Church Services: Who Are They For?
Who church is for is an important question for anyone in church leadership. The question is particularly important for those of us in low-church traditions, where we just sort of “have church,” and the entire flow of the meeting depends on the pastor and worship leader. But I think the question is also important in liturgical churches. Should we follow the seeker-sensitive model, where church meetings be geared towards unbelievers? In this model, the entire service culminates with the preaching of an evangelistic message. Or should we follow a discipleship model of church, where church meetings are geared towards believers and evangelism accomplished through other avenues?
Having pondered this question for several years, I have come to the conclusion that church services ought to be worship services. Church is neither for unbelievers nor for believers but for God. And if church is primarily for God, then we have no right to whine when church meetings do not go the way we might have wanted or when the preaching does not seem to meet our needs. After all, it is not about us, but about God.
But that leads to another problem: if church is for God, why preach? In fact, the old Roman Catholic masses were pretty much like this until the reformation. There was no preaching, masses were spoken to God in Latin, and Priests faced the altar rather than the congregation. In our sevices, it is tempting for the preacher to put himself implicitly in the place of God, speaking for Him to His people. Though there is a place for prophetic ministry, it becomes dangerous when the pastor places himself week after week on God’s side rather than on the congregation’s side. I do not intend this as a judgment on preachers, but rather an observation arising from years of personal preaching experience where I found myself asking, “How can I best tell the people what they need to hear?’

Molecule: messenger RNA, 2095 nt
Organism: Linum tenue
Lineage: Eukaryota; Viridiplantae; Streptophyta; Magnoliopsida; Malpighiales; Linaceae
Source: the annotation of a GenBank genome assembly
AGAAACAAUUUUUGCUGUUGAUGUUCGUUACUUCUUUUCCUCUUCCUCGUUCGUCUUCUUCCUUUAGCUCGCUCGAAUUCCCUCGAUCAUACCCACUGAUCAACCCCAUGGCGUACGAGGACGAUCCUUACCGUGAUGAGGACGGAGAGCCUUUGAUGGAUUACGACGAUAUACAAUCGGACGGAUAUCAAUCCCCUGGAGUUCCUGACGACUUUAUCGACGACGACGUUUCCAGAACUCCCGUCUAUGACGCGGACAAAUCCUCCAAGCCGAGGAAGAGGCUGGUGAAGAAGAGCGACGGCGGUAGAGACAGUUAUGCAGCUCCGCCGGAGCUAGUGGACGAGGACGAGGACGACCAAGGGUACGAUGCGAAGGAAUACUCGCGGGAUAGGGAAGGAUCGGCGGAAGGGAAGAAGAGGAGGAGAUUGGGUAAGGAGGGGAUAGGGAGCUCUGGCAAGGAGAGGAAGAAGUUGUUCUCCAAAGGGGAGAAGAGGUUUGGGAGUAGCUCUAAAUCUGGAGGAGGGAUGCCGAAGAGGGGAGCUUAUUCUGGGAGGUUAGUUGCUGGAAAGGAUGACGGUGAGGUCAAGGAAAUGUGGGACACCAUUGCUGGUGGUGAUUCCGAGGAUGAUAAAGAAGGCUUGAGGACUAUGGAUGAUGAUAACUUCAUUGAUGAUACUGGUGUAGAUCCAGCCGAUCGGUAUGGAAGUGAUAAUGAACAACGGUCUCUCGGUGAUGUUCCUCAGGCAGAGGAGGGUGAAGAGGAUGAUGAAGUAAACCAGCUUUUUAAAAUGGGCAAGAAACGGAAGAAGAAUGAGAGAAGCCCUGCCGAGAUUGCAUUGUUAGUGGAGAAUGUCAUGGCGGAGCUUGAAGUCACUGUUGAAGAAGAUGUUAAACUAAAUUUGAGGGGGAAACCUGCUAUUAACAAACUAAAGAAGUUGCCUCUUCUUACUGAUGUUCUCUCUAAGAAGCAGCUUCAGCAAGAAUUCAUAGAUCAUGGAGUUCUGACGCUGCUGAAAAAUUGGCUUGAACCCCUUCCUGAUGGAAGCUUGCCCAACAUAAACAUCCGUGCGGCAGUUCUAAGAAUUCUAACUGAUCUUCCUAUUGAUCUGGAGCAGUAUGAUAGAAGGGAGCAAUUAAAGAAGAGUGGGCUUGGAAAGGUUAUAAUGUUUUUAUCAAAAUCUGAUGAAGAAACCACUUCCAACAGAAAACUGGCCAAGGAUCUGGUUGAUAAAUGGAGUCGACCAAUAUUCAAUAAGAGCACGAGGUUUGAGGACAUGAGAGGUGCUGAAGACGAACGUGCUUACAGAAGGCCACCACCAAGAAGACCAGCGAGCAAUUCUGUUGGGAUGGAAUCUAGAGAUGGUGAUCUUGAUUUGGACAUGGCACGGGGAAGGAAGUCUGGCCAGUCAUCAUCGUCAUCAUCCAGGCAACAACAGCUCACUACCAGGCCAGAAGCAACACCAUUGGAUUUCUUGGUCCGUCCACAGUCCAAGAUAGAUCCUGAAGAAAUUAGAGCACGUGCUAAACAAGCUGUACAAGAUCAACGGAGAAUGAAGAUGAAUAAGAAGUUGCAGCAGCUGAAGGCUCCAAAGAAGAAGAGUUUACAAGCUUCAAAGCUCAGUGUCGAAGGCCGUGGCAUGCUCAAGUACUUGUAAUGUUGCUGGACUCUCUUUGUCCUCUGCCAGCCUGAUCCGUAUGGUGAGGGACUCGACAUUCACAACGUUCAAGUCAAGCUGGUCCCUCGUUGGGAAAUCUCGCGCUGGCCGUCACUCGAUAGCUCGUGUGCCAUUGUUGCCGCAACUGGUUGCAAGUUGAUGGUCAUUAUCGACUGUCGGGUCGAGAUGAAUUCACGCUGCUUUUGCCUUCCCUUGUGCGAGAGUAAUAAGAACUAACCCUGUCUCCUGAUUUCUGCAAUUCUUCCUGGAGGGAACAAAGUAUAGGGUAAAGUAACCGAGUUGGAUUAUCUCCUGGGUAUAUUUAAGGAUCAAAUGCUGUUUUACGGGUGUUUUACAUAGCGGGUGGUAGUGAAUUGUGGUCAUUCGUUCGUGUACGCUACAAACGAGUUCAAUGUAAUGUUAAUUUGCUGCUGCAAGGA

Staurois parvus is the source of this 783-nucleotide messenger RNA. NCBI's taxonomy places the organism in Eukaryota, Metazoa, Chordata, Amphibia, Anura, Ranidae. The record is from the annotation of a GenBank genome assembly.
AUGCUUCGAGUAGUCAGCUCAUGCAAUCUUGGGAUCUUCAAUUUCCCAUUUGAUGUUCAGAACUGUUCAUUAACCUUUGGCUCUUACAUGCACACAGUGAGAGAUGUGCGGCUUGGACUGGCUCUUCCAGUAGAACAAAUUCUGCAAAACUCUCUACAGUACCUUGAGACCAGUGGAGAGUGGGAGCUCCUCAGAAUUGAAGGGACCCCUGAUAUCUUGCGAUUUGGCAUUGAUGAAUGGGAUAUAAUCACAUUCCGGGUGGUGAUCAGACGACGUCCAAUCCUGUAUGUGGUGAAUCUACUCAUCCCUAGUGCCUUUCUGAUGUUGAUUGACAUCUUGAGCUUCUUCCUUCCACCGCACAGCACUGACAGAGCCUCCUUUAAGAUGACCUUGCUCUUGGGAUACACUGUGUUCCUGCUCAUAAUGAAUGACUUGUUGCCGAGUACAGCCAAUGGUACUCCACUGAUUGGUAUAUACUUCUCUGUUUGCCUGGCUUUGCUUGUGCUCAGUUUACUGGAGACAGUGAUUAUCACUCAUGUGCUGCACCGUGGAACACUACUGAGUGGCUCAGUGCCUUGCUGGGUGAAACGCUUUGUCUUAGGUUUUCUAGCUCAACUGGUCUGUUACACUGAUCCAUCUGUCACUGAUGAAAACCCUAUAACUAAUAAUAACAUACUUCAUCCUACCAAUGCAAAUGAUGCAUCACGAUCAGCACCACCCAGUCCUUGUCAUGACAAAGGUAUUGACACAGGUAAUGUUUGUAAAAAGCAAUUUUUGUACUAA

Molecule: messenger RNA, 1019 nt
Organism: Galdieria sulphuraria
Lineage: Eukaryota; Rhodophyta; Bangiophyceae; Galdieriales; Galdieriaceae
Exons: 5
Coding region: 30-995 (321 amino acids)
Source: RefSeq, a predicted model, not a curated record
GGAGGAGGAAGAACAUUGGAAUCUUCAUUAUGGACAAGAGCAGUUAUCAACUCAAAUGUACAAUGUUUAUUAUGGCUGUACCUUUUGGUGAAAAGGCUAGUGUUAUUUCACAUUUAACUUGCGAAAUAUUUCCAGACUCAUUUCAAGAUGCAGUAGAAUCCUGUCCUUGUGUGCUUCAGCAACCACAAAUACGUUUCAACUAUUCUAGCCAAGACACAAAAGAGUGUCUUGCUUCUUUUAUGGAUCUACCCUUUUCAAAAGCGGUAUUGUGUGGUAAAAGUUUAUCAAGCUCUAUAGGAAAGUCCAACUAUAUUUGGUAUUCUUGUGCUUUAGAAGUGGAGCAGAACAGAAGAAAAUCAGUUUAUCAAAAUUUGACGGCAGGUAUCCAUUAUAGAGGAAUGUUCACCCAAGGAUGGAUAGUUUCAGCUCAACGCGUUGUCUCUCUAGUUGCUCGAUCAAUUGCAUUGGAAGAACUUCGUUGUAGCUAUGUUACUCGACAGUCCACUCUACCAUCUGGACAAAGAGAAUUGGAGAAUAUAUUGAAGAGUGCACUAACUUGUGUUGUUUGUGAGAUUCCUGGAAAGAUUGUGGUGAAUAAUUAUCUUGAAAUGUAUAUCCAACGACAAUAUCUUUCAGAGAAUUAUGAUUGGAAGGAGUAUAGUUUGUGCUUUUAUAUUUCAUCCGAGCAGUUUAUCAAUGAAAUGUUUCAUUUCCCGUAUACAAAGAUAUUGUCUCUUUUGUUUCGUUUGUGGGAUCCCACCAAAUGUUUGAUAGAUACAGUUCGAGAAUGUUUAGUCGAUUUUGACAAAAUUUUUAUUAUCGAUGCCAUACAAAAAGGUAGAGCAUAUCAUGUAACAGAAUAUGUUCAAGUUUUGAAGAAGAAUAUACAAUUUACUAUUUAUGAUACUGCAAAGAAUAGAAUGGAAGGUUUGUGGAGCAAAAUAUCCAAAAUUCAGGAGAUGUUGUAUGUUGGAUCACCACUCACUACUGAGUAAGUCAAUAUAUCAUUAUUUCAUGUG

I am not suggesting that we remove preaching from our worship services. It was not just the Protestant churches that changed after the reformation, but Roman Catholic churches changed also as a result of the Counter Reformation. Preaching really should be a part of our worship services, but it is hard to know what role to assign to preaching if we decide that our church meetings are for God.
The answer, I believe, is found in a covenantal approach to scripture. If the Bible is our covenant document with God, then we honor God by remembering and reflecting on our covenant with Him. Preaching that flows from the Biblical text, becoming a meditation on it or providing insight into the text, is a normal response of worship when the people of God meet with their covenant Lord. The preacher’s purpose, then, is not to minister to the congregation, but to facilitate ways for the congregation to respond appropriately to the scriptures.
For the people of God, we expect to encounter our covenant Lord when we gather together. When we worship Him in spirit and truth, we can rightly expect that He will show up, and I think we can expect that He desires to speak to His covenant people. But hearing Him speak is not the purpose of our church meetings – ministering to God is.